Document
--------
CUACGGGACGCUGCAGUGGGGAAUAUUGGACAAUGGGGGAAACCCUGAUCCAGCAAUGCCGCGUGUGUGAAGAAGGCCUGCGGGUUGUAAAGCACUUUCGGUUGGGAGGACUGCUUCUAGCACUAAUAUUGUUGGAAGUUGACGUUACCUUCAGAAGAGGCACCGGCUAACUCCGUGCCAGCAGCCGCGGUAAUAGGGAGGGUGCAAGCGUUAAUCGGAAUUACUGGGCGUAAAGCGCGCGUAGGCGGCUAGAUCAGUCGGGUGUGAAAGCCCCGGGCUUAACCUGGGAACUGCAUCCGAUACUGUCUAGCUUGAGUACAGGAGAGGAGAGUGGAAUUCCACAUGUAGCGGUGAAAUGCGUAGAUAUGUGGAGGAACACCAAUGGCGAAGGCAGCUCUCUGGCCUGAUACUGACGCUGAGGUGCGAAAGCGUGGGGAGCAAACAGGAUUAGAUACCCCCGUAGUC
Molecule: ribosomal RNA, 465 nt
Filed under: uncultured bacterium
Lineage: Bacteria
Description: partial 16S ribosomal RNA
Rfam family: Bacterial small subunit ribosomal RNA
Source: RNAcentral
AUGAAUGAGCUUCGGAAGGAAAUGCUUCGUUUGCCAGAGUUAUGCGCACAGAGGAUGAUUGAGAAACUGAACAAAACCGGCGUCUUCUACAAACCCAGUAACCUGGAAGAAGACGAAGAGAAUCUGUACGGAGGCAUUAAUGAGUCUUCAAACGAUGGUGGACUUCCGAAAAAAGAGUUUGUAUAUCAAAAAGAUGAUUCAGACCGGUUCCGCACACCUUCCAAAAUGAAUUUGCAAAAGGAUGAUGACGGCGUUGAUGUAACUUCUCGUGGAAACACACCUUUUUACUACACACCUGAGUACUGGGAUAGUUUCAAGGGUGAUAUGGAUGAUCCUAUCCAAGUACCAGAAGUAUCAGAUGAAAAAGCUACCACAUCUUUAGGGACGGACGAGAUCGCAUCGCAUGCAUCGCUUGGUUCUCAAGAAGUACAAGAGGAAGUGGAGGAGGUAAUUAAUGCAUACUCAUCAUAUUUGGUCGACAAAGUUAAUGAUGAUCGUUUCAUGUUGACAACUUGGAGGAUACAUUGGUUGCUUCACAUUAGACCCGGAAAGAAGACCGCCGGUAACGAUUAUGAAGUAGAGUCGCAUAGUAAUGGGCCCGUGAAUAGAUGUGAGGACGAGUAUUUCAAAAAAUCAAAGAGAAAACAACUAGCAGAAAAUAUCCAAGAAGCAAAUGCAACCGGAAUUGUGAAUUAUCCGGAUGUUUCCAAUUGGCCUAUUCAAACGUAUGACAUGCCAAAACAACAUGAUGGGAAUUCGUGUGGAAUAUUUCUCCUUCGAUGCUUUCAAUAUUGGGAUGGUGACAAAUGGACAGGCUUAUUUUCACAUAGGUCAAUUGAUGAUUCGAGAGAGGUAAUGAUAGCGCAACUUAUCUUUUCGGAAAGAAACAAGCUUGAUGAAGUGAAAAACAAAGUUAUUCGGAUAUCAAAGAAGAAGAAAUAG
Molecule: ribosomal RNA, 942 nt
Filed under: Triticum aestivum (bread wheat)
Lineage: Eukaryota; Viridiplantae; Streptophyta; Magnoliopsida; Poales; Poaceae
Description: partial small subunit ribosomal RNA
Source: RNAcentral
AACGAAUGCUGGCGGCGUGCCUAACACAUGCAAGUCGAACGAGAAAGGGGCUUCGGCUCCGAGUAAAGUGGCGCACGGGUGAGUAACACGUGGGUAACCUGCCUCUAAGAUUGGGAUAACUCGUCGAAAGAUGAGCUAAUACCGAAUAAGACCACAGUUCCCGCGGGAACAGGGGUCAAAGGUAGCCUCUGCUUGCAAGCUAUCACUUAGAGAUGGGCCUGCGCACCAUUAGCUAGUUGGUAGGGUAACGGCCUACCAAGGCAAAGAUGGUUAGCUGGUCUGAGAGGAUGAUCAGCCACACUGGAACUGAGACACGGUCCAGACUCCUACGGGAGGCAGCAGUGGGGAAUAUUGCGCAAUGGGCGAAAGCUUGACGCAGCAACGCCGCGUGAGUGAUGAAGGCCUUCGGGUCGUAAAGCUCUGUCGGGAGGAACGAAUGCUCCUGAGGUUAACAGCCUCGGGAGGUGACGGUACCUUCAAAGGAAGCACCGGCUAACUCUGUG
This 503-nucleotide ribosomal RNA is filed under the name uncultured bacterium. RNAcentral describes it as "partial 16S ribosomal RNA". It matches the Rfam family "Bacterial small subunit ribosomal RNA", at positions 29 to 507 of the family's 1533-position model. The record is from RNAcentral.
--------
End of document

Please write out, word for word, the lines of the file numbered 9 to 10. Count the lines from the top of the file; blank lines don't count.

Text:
Molecule: ribosomal RNA, 942 nt
Filed under: Triticum aestivum (bread wheat)